Ask an Expert: Garlic is a year-round staple in our kitchen. Can we plant it in Charleston?
“Yes you can, and now is the time to do it! Garlic is planted in the fall and harvested in the spring or early summer, depending on the variety. There are two main types: hardneck and softneck. The former tends to be stronger in flavor and sends up a tasty seed scape in the spring. It also looks beautiful when used ornamentally in the garden. Meanwhile, softneck is milder and generally yields more cloves. It also keeps longer—in fact, it has foliage that can be decoratively braided to hang for storage. Both need full sun with well- draining soil that’s pH 6.2-6.5. Bon appétit!” —Joan McDonald, garden editor
Dig It - What’s happening this month?
The Fall Tours
This Preservation Society of Charleston fundraiser includes walking tours through historical downtown homes and their gorgeous gardens. You’re sure to find inspiration galore. Locations & times vary. $50-$45 tours; special event prices vary. www.thefalltours.org
CHS Lecture Series: Foodscape Revolution!
A horticulturist, television correspondent, and author of new tome The Foodscape Revolution, Brie Arthur discusses the sustainable landscape practice that embraces beauty and utility. Get your copy of the book signed after her lecture. The Charleston Museum, 360 Meeting St. Monday, 6:30 p.m. $10; free for member. www.chashortsoc.org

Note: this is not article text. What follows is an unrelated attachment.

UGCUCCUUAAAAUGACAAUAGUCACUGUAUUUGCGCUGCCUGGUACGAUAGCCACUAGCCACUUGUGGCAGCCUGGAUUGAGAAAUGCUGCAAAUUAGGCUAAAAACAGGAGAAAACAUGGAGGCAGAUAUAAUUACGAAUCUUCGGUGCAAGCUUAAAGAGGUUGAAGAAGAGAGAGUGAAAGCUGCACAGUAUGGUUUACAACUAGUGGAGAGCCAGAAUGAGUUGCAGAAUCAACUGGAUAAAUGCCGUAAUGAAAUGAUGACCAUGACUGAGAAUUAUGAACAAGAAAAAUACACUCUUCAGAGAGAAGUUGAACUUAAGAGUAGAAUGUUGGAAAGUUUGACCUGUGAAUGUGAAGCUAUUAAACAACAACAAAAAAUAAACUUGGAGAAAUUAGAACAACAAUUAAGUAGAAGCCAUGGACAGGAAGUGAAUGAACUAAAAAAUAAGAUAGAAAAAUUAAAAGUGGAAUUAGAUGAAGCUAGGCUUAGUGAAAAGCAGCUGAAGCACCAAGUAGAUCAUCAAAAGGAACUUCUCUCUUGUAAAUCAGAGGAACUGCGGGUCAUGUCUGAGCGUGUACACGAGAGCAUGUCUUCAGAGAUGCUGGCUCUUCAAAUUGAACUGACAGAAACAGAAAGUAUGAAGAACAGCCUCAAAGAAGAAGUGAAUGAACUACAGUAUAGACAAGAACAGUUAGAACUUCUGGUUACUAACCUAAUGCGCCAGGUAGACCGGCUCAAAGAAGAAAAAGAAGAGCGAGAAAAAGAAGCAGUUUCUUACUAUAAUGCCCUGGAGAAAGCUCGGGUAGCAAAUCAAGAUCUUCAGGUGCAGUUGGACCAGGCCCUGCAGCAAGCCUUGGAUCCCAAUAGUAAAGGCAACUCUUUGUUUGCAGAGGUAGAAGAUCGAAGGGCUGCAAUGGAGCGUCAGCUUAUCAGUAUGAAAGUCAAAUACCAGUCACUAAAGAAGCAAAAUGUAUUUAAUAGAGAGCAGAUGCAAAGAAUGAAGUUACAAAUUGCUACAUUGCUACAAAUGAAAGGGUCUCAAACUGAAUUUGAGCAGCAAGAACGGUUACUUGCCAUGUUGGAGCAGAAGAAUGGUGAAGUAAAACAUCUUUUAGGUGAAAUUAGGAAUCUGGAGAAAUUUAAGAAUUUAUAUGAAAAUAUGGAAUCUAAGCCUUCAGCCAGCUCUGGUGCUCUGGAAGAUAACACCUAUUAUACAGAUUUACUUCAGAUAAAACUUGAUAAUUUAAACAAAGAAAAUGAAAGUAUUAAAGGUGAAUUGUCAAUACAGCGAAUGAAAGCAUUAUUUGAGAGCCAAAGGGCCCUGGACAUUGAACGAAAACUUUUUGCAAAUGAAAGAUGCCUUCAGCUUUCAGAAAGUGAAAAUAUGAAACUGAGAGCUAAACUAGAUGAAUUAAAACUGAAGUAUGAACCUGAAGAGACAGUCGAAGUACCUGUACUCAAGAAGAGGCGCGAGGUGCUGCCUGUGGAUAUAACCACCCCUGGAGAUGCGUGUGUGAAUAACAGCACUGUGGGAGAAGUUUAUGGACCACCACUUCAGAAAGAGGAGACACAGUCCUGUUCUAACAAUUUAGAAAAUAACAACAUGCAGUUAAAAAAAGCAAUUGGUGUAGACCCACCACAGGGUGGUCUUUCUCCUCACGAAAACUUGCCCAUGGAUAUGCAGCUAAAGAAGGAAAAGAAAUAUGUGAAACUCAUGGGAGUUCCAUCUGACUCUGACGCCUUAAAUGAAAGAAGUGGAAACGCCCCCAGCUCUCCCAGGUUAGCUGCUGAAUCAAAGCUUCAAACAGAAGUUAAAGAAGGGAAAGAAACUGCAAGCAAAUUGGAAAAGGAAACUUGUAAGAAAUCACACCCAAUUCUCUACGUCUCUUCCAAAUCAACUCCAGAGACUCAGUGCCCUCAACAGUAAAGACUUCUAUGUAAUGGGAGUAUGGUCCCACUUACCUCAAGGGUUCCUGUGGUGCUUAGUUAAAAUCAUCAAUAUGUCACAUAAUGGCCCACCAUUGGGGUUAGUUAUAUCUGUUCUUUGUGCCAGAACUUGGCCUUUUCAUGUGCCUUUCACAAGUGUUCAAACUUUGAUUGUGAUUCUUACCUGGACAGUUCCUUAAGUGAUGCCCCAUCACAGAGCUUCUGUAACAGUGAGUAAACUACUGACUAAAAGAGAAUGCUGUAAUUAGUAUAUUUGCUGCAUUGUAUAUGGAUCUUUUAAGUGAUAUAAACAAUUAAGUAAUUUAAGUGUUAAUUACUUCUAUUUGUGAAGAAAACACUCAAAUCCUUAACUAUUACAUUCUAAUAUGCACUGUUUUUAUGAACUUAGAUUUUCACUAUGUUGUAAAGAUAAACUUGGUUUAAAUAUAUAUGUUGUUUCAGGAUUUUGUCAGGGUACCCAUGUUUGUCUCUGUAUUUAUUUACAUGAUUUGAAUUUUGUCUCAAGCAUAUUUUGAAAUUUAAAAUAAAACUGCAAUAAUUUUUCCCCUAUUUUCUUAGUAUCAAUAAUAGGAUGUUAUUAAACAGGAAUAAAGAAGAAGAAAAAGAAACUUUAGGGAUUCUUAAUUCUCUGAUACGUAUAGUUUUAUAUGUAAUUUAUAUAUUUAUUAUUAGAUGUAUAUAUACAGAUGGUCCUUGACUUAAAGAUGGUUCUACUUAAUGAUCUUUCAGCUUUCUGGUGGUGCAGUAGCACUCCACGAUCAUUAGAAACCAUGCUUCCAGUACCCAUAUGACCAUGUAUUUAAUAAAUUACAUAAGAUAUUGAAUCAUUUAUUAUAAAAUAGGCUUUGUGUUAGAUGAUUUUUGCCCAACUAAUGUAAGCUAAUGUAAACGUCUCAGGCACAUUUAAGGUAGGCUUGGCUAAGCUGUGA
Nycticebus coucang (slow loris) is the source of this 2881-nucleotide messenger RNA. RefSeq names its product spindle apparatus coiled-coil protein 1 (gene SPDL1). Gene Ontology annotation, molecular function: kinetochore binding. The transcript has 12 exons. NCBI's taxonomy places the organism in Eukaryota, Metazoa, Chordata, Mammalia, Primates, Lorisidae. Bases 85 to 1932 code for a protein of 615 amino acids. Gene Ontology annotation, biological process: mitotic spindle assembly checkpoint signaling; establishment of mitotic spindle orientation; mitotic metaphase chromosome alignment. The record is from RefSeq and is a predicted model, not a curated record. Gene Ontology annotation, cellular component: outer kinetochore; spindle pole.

Gardens for Gardeners Tour: Sullivan’s Island
The Charleston Horticultural Society’s annual fall tour guides guests through seven private gardens on Sullivan’s Island, with many of the green spaces hosting plein-air artists as they create new works. Locations vary. Sunday, noon-4 p.m. $40; $35 member. www.chashortsoc.org
Native Plant Sale
Be sure to arrive right on time for the Lowcountry Chapter of the South Carolina Native Plant Society’s fall sale, as favorite perennials, trees, shrubs, grasses, edibles, and more go fast. Check online for more Native Plant Week events happening around town from October 16 to 20. Charles Towne Landing, 1500 Old Towne Rd. Saturday, 9 a.m.-noon. Free. www.scnps.org
Photograph courtesy of the South Carolina Native Plant Society